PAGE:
Spoonies and the Sun

by Ariela Paulsen
Spoonies and the Sun

Sunshine can be such a wonderful presence in life. The warmth spreading over your face when you first step outside… there’s nothing quite like it. Vitamin D, and even just the feeling of sunshine on your skin, can have health benefits and can drastically improve mental health. Yet, for many people living with chronic illness, the sun can also be dangerous.

Most people are aware that UV rays can cause skin damage and even cancer. But chronic illnesses like MS, Lupus, rheumatoid arthritis, POTS, MCAS, and more can be triggered or worsened by the sun.

This dichotomy — both loving and fearing the sun — makes summertime a challenge. Sure, you can tell yourself to just avoid the sun, but when it’s also such a wonderful feeling, it’s tough to stay away.

This month, we chatted with Lauren Maley, our Friend in the Fight, about her complicated relationship to the sun. Here are a few highlights from our interview with her:

What was like life before Lupus?

My life before Lupus was tied to the sun. I based most of my life decisions around it. My mom worshipped the sun, my grandfather worshipped the sun…and me especially, worshipped the sun. I never got overheated. I could lay out all day every day, I never burned, and nothing made me happier than the feeling of the sun on me. It’s like a hug from a god. I studied outside, I ran, I backpacked, I swam, I’d gravitate towards anything that could get me some time in the sun.

Flash forward about 10 years, I’m 24, just moved to LA – mostly for the sun – and I’m starting to get more health issues. The sun started to make my face blow up in a butterfly rash, and very oddly – my ears would swell, itch, turn bright red, and not a single person I saw had any idea what was wrong with my ears. Eventually, my face rang the alarms, and that was the beginning of my SLE lupus diagnosis. Turns out rashes and dots I had started getting from being out in the sun were discoid lupus. We never had any idea. 

How has that relationship changed with your diagnosis?

For a while, I was rebellious, and still went in the sun. So long as the rash wasn’t too bad, I thought it was no big deal. But I think I used up my entire life of sun quota in a few months because suddenly, everything changed. 
Now, about 4 years after my first butterfly rash and about 3.5 years after my diagnosis, the sun has become my worst enemy.  

The sun is the number one thing that makes me flare now. No matter what I do, it will get me. I could be the most conscious of it possible and I’d still get sick.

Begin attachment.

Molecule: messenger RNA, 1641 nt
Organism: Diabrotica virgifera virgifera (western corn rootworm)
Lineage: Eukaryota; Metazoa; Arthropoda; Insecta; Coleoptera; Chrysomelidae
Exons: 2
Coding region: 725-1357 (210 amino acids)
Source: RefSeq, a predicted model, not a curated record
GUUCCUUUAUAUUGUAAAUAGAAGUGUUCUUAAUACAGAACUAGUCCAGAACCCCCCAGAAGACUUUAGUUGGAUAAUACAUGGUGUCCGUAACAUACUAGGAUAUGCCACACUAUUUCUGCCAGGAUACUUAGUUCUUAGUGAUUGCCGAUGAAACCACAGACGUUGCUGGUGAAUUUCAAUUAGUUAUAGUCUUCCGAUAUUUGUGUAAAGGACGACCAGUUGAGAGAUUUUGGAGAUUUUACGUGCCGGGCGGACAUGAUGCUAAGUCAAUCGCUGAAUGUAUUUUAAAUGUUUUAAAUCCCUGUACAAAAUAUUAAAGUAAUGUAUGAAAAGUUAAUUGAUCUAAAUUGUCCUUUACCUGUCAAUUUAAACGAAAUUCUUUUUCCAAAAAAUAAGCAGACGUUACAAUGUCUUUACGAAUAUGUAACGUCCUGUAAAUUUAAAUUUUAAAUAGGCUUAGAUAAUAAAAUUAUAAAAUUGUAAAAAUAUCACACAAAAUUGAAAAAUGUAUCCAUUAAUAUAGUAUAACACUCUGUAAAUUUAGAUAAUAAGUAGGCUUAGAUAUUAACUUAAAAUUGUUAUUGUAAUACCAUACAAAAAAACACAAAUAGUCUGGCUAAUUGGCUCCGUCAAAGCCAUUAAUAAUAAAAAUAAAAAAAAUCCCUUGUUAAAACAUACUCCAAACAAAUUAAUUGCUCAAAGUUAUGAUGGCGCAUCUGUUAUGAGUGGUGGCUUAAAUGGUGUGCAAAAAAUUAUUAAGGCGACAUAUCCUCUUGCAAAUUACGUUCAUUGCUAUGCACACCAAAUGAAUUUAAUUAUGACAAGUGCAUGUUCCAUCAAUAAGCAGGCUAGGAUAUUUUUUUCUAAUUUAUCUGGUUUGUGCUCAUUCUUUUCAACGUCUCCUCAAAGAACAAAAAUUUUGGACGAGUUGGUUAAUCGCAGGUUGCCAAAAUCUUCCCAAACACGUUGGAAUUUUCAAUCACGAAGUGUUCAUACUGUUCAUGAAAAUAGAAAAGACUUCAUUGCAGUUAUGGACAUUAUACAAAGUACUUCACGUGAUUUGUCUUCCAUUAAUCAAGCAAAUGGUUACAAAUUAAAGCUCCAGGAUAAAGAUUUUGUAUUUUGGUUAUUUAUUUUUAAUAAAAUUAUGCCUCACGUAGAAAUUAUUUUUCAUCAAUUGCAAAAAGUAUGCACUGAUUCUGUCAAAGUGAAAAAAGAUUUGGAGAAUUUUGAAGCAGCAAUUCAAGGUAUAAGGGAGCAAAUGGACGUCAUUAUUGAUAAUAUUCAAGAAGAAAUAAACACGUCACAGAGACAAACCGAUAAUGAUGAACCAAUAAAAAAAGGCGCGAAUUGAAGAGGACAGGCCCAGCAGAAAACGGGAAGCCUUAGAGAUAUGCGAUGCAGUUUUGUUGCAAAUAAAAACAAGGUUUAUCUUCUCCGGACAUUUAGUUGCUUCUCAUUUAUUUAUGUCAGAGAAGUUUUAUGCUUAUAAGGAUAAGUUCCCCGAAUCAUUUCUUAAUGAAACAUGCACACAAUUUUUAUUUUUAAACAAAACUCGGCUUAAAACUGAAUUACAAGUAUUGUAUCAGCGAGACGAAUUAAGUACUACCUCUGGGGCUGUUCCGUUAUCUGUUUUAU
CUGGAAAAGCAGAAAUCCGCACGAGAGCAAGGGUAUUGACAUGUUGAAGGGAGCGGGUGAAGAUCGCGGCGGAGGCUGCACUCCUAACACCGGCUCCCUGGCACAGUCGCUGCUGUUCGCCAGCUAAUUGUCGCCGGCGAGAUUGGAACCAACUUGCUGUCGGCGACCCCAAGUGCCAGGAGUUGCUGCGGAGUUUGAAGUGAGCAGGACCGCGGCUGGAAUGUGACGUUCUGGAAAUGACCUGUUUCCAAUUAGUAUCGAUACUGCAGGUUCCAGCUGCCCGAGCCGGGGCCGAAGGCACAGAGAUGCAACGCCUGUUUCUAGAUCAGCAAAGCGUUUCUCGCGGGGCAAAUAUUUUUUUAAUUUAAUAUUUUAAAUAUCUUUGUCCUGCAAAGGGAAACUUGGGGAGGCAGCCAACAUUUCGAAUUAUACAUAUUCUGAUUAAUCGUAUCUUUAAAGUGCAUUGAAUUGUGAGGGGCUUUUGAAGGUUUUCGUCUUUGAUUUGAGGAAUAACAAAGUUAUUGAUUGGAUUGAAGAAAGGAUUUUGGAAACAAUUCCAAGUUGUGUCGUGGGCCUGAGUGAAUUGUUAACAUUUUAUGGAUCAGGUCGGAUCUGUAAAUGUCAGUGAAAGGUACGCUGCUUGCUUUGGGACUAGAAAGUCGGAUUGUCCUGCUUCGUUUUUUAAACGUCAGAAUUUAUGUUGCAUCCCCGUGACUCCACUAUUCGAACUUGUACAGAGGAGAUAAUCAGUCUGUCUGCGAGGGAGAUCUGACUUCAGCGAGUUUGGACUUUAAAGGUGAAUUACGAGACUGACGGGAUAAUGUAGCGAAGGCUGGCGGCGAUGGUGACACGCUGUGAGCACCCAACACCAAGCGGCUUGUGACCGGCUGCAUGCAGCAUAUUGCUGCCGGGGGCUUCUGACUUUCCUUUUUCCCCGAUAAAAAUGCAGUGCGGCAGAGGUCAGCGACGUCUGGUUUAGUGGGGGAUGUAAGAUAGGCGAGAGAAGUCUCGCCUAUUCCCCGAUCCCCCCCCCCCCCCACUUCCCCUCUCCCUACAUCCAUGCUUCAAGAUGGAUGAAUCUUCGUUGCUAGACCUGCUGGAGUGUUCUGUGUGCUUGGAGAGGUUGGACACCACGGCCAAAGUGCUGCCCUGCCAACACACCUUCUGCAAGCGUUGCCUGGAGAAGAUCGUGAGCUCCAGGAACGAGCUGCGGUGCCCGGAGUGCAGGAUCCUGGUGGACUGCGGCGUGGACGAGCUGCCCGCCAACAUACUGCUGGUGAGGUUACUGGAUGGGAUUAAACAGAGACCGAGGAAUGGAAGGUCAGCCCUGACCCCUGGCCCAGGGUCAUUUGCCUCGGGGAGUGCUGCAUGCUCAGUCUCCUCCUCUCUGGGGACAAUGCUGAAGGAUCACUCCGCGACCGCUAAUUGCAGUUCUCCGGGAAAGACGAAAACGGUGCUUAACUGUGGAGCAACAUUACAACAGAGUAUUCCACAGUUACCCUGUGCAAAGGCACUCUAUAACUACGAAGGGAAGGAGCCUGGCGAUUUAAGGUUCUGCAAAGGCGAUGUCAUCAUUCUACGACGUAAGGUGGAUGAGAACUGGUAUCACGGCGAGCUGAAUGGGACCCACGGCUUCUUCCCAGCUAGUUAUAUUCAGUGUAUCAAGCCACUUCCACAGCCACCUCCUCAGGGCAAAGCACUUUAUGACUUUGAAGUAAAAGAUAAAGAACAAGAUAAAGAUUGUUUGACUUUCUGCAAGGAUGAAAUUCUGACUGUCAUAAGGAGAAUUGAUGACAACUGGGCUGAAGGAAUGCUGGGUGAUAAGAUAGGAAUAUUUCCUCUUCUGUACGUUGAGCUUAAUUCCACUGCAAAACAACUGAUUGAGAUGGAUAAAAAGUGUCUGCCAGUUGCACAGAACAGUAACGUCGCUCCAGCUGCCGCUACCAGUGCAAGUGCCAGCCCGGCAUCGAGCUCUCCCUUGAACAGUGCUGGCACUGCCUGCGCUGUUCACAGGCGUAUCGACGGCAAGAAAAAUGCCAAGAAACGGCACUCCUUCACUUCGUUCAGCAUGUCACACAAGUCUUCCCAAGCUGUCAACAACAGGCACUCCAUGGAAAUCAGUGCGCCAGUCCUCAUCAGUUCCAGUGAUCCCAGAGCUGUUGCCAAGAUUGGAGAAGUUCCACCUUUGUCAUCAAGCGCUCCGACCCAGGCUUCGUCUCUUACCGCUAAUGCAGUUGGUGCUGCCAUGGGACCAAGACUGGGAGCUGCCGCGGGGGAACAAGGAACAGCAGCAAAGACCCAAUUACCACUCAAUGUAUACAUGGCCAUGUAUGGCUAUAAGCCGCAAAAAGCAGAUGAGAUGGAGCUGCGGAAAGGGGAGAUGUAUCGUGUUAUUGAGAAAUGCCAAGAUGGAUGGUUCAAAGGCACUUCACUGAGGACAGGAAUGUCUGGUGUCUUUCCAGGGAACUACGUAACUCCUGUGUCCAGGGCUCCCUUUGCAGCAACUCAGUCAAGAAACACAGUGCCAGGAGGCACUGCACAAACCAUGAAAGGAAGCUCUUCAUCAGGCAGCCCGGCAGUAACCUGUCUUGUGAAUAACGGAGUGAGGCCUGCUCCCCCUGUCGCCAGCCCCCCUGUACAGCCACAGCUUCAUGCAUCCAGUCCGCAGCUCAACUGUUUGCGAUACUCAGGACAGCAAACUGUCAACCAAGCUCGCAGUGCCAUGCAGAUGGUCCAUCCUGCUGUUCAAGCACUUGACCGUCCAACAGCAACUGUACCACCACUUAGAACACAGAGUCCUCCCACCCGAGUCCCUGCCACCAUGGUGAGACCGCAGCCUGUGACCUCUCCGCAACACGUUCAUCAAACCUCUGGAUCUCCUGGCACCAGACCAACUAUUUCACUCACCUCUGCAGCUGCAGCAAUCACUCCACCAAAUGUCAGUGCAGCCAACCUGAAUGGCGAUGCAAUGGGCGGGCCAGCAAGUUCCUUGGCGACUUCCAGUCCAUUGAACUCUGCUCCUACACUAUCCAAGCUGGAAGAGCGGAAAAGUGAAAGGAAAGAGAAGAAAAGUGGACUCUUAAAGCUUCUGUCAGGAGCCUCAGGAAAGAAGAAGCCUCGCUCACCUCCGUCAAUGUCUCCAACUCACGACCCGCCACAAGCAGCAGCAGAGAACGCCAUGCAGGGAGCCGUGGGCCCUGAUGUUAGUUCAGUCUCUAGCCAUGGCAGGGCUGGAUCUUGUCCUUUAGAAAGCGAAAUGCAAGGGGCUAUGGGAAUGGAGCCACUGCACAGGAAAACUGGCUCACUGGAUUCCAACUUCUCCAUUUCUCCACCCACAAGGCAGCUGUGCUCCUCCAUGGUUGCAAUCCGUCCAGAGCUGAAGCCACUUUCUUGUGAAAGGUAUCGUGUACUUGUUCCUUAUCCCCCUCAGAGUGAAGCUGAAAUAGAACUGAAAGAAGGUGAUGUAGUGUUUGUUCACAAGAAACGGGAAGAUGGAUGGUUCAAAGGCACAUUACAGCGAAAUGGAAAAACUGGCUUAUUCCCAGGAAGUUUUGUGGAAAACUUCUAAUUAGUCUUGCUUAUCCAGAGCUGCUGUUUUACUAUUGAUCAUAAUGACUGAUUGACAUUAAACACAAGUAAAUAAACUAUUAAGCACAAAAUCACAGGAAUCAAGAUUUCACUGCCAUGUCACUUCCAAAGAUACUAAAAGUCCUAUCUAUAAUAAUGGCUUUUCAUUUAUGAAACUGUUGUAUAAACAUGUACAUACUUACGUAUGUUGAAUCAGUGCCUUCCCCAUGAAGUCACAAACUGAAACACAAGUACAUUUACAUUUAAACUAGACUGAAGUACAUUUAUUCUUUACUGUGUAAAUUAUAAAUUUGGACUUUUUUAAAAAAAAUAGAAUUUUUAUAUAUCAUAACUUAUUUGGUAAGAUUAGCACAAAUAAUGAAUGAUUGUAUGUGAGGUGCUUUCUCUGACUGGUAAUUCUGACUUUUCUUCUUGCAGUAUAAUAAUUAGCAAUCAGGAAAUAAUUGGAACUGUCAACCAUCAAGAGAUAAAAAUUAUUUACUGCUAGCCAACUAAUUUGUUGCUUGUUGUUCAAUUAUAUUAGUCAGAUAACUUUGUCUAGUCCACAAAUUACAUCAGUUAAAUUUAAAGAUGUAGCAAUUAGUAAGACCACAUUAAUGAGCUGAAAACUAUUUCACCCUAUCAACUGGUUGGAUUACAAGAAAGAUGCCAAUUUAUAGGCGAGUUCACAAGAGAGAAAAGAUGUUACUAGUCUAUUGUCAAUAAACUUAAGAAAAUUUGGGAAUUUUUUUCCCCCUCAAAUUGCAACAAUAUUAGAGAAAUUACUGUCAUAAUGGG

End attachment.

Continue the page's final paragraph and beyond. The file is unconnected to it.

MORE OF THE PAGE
Do you have any advice to share?

Prevention is key. If I had known I had all these things wrong with me that could eventually lead to getting Lupus, I would have made very different decisions. Always wear SPF. If you get a rash from the sun, stop going in it. Get used to being pale and learn to rock it. Invest in broad spectrum SPF like neutrogenas formula. UVA and UVB coverage is critical. Avoid being outside, even in shade, between 10-2:30pm. Wear hats and UV protectant clothing if you can. Reapply often.

And when it’s late enough in the day, and you need a hug from a god, take ten minutes and let yourself soak it in when you can. 

Mighty Tips for Managing the Sun

Lauren’s story reflects many spoonies’ experiences. So many of us have an emotional attachment to the sun — it’s tough to cut it out completely. Lauren’s advice is great: stay protected, but once in awhile embrace your love of the sun, if only for a few minutes.

As Lauren recommended, UV protection is key. You can even buy UV protectant window film. This clear plastic coating covers your windows so that you can feel the glory of the sun without UV rays! You can also wear sun hats, UV clothes, sunscreen, and avoid outdoor time during peak hours.

Whatever your coping mechanisms, it is normal to have a complicated relationship with the sun. Know your own boundaries, but also take care of your mental health and enjoy it in a way that is safe for you!

For more on enjoying summer within your body’s boundaries, check out Mighty Well tips for keeping your cool!

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